Andrew Sullivan doesn't think so, and for once I agree with him, although not entirely.
If you decouple the notion of being a conservative from being a Republican, no one can doubt that the Bush administration has been pursuing some highly unconservative policies.Although Sullivan is right to claim that Bush isn't really much of a conservative, in the traditional sense, his policies don't represent a radical departure from the agenda that began with the Reagan revolution. If anything, Bush has come to represent all that is wrong with the GOP leadership. Lest anyone forget, Reagan/Bush grew the government, especially the military, and exploded the national debt from $1 trillion to $6 trillion while engineering the same sorts of policies that put federal dollars in the hands of the wealthy, whether through corporate welfare or tax cuts.
He has essentially junked two decades of conservative attempts to restrain government and pushed federal spending to record levels. He has poured money into agricultural subsidies; he famously put tariffs on foreign steel; he has expanded the biggest entitlement healthcare program; and dramatically increased the role of the central government in the matter of education.
He has little interest in the bedrock conservative belief in leaving as much decision-making to the states as possible, endorsing a federal constitutional amendment that would prevent individual states from enacting gay marriage, and using federal powers to prevent other states from allowing medical cannabis.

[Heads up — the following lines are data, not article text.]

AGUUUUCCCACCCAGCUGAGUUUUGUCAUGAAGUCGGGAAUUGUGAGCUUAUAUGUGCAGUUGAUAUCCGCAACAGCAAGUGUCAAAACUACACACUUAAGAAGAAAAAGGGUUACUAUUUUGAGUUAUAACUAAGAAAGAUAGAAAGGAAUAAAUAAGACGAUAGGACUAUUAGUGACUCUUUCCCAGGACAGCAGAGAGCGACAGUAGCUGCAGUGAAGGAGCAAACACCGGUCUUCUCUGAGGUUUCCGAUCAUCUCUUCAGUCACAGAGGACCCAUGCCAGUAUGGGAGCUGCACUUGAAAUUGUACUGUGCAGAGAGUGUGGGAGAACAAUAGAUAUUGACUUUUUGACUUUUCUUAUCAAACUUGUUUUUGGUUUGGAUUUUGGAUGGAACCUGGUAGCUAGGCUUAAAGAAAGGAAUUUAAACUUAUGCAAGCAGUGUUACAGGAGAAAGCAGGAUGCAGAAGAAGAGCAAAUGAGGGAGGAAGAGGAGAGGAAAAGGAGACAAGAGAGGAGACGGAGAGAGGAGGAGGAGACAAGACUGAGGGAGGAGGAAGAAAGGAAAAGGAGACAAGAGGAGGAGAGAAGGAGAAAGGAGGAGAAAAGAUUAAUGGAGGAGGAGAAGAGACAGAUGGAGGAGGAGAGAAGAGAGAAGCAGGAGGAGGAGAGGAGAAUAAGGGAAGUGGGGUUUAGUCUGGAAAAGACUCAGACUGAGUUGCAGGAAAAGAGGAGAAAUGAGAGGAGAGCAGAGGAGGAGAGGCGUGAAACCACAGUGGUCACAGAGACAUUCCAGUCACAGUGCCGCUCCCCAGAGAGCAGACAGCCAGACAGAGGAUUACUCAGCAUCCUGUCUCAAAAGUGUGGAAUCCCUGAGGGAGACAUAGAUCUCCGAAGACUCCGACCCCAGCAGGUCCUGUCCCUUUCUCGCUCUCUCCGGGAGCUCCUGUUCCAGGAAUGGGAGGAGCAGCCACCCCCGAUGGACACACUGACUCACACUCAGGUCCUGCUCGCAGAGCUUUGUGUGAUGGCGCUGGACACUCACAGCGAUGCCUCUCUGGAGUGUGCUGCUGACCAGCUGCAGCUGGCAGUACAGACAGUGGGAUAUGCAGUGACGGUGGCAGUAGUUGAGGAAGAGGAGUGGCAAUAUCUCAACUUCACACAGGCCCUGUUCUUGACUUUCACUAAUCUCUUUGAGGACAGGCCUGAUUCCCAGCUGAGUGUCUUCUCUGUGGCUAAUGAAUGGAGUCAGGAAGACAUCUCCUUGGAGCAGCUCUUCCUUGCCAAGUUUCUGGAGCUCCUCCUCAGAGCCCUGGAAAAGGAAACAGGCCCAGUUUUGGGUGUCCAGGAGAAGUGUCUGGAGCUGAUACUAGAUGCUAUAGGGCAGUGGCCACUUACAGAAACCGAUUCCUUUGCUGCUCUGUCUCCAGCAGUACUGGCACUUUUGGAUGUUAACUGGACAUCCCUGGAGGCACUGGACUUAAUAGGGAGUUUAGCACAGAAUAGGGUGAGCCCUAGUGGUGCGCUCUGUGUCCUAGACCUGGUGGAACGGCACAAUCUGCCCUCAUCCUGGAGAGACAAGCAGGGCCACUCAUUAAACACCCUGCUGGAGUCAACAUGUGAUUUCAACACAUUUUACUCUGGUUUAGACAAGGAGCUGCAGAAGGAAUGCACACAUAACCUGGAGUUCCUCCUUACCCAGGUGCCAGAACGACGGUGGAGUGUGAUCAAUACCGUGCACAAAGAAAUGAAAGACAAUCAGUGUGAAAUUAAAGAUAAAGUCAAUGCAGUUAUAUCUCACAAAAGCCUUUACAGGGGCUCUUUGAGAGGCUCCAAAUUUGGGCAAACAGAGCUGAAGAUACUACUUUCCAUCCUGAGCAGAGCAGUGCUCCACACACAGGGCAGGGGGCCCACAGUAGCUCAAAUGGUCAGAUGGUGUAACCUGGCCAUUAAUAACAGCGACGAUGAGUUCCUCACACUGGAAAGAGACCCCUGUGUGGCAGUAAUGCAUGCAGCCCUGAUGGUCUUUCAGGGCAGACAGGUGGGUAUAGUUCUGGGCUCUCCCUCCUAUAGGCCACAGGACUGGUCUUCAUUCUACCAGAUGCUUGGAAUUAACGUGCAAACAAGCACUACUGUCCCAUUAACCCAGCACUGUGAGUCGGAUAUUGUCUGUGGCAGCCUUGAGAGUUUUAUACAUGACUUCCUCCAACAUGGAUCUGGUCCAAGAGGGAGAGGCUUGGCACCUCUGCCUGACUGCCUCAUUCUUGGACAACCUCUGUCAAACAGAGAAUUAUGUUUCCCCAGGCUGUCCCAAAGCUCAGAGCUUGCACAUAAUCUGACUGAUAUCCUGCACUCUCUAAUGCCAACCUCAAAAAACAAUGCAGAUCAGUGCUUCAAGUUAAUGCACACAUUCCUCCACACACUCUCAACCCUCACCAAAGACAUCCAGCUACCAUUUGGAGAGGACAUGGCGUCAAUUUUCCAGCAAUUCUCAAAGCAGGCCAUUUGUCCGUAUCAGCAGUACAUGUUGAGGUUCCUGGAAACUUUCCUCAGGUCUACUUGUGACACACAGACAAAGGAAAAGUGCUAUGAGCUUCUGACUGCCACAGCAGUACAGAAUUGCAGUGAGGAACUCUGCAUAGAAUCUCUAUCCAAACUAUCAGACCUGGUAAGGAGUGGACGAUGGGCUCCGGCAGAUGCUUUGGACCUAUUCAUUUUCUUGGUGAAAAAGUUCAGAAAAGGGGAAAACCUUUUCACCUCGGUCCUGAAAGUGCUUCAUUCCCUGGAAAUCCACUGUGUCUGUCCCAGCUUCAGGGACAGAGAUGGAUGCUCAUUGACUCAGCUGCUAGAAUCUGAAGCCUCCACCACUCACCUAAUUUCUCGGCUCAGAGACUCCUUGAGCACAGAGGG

He has little or no concern for the separation of church and state, funneling public money to religious charities; and has appointed some of the most radical jurists to the federal bench. Whatever else these policies might be called, they have very little to do with traditional conservative themes of federalism, small government, the free market, the separation of church and state, and a strong, independent judiciary.
As for the claim that states' rights is a "bedrock conservative belief"? Maybe it was when Eisenhower was president, but it hasn't been true since Reagan. The modern conservative movement uses states' rights as a weapon. They say one thing while doing another, supporting states rights only when states advocate a right that they respect -- so yes on banning abortion and weakening gun laws, while no on medical marijuana, right to die and right to marry the one you want laws.
Bush is no more a conservative than he is a Christian. So I keep wondering, when will true conservatives take back their party from the likes of Bush, Cheney, Rumsfeld, Delay, Frist, etc?